[NOTE: The Incredibles comes accompanied by the animated short "Boundin'," an awfully cute verse narrative.]
Disney and Pixar deliver another fantastic special edition with their 2-Disc Blu-Ray + DVD + Digital Copy special edition of The Incredibles. A/V credentials are typically awe-inspiring, with a near-perfect hi-def image and a blisteringly effective, state-of-the-art DTS-HD Master Audio 5.1 ES surround mix. Like many CGI-animated films, this one comes to video with some negligible banding, but other than that, it's tack-sharp, brilliantly colorful and perfectly calibrated in contrast. The highly dynamic wraparound sound is show-off-your-system stuff, with well-placed and detailed effects work and pulse-pounding delivery of Michael Giacchino's score.
Special features are bountiful, beginning with interesting and informative Director’s Commentary by producer John Walker and director Brad Bird. Also here for those looking for greater insight into the workings and personalities of Pixar is an Animator’s Commentary by supervising animators Tony Fucile, Steven Hunter, Alan Barillaro and animators Gini Santos, David DeVan, Kureha Yokoo, Dave Mullins John Kahrs, Robert Russ, Angus MacLane, Travis Hathaway, Doug Frankel and Peter Sohm.
The short that played theatrically with The Incredibles, "Boundin’" (4:40, HD), returns here with optional commentary by director Bud Luckey.
"Jack Jack Attack" (4:42, HD) is a second animated short that fills out the story of The Incredibles.
"'Jack Jack Attack' Explored" (4:43, HD) offers video-enhanced commentary by director Brad Bird, story supervisor Mark Andrews and character designer Teddy Newton and animator Bret Parker.
"The Incredibles Reunited" (22:06, HD) gathers director Brad Bird, producer John Walker, supervising technical director Rick Sage, character designer Teddy Newton, supervising animator Tony Fucile, production designer Lou Romano, story supervisor Mark Andrews for a fresh retrospective roundtable.
Disc Two kicks off with "Paths to Pixar" (5:53, HD) focusing on storyboard artists.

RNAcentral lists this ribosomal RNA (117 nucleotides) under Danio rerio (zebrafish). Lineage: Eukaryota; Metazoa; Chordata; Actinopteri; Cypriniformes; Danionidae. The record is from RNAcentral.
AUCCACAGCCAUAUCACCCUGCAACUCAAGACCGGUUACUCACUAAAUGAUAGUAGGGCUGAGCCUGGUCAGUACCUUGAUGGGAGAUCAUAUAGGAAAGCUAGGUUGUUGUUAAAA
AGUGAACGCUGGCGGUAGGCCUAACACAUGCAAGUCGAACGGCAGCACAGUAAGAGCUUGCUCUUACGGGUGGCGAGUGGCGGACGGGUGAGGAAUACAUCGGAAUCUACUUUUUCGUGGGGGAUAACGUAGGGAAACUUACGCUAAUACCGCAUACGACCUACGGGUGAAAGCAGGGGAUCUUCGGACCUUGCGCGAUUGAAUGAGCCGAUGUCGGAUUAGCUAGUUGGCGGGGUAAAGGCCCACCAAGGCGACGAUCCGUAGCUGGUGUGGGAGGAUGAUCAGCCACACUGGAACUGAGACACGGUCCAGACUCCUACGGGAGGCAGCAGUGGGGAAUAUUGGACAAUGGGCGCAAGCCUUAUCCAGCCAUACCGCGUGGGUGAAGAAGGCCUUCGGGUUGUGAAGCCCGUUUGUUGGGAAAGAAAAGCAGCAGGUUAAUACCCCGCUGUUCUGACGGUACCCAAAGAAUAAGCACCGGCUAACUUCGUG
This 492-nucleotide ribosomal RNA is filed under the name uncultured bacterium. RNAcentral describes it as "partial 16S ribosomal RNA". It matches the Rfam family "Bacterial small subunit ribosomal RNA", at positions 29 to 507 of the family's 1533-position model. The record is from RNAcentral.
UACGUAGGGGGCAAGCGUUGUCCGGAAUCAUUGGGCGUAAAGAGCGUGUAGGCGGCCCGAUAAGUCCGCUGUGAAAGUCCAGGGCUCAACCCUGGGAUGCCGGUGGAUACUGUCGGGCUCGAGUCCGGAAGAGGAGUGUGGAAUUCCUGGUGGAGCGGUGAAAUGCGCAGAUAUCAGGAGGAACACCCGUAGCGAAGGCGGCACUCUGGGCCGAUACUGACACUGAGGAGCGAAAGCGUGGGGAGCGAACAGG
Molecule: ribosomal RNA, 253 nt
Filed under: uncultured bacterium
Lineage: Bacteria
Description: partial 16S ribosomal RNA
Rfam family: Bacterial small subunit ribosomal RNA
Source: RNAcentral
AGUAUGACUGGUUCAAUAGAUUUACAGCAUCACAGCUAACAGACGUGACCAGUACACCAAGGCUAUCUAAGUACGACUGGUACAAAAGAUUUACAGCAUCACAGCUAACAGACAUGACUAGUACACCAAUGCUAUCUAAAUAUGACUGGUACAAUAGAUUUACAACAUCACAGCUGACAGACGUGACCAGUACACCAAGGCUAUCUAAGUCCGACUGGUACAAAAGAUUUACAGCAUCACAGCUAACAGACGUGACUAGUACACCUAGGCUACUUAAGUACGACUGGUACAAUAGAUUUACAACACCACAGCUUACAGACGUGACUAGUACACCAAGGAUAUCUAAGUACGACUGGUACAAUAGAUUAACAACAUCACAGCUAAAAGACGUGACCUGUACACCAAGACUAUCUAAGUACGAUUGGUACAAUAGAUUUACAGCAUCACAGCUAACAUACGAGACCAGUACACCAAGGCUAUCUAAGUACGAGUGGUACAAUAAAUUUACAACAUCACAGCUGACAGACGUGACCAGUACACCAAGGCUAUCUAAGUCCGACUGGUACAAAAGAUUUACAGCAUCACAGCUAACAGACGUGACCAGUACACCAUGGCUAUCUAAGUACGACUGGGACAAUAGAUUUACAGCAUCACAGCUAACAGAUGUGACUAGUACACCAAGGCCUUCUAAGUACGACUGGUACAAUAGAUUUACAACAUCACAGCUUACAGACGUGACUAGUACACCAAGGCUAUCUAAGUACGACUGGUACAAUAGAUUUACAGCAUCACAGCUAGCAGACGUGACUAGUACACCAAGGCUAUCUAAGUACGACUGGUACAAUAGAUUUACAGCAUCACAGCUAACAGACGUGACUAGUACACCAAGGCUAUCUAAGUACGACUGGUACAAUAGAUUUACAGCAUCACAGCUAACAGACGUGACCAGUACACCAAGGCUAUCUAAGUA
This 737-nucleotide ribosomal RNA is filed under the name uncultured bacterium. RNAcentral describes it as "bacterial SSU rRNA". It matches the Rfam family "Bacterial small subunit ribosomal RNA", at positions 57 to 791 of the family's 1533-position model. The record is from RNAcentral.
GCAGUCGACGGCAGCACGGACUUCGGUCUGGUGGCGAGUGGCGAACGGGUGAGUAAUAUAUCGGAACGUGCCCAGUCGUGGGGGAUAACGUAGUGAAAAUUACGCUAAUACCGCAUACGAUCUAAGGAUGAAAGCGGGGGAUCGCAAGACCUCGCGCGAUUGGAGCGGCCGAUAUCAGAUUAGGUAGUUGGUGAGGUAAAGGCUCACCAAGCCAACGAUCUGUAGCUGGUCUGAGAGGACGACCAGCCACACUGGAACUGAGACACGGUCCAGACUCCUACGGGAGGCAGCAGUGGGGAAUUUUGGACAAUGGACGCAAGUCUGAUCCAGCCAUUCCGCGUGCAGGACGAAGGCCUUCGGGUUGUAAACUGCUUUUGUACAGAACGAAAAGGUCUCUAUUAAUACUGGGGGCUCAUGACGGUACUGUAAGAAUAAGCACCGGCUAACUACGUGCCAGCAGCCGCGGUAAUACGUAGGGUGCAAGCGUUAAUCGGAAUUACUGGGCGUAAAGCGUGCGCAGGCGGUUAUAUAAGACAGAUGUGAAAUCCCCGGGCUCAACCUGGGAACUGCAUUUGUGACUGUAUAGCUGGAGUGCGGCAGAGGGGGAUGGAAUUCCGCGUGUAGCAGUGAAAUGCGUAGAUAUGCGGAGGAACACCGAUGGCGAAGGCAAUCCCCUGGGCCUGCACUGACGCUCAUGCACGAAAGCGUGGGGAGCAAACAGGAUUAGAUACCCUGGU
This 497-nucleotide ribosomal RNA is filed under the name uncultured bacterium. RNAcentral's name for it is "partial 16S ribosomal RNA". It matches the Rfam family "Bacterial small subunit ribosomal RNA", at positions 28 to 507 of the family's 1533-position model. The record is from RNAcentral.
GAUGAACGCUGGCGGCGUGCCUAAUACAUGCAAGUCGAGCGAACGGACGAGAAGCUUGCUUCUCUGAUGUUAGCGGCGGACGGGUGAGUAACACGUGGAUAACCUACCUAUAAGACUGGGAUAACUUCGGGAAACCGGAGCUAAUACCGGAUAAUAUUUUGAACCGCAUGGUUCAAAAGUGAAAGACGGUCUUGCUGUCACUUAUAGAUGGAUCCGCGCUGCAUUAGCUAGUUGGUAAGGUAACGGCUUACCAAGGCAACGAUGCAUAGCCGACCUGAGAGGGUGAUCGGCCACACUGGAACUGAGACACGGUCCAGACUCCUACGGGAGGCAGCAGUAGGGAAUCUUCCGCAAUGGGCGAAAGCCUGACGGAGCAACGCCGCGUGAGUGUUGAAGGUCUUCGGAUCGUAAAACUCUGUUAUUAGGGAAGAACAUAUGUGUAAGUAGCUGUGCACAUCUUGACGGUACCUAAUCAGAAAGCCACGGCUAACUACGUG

"Studio Stories: Gary’s Birthday" (1:25, HD) continues the series of amusing Pixar anecdotes.
"Ending with a Bang: Making the End Credits" (1:35, HD) is a self-explanatory behind-the-scenes bite.
The New Nomanison: A Top Secret Redevelopment Plan (HD) is an interactive map of the New Nomanison island, with "Introduction" (3:30, HD).
Seven "Deleted Scenes"amounting to approximately thrity-three minutes include "Intro" (1:54, HD), "Alternative Opening (15:02, HD), "Snug" (6:31, HD), "Vipers" (4:08, HD), "Bob in Traffic" (2:19, HD), "Helen Confronts Bob" (3:10, HD), "Helen's Nightmare" (1:33, HD).
Next up are the "Teaser Trailer" (2:01, HD) and behind-the-scenes featurette "The Making of The Incredibles" (27:30, SD)
Further Classic DVD Content includes featurettes on "Story" (7:15, SD), "Character Design" (5:30, SD), "E-Volution" (2:45, SD), "Building Humans" (6:17, SD), "Building Extras" (2:00, SD), "Set Design," "Sound," "Music," "Lighting," "Tools," "Mr. Incredible and Pals" animated short, "Mr. Incredible and Pals" commentary with Mr. Incredible and Frozone, "NSA Audio Files and Stills," "Vowellett - An Essay by Sarah Vowell" and "Who is Bud Luckey?"
Easter Eggs include the segments "Incredibles Socks" (3:33), "Dancing Bob" (:30), "Cake" (:30), "Buttons and Doors" (2:30), "H3A Classroom," "Angus’ Guards," "Incrediblunders," "Frank & Ollie," "Ball & Scooter" and "Markisms."
Lastly, Publicity includes "Character Interviews" (6:30, SD) and "Trailers" (SD) including the theatrical trailers and TV spots.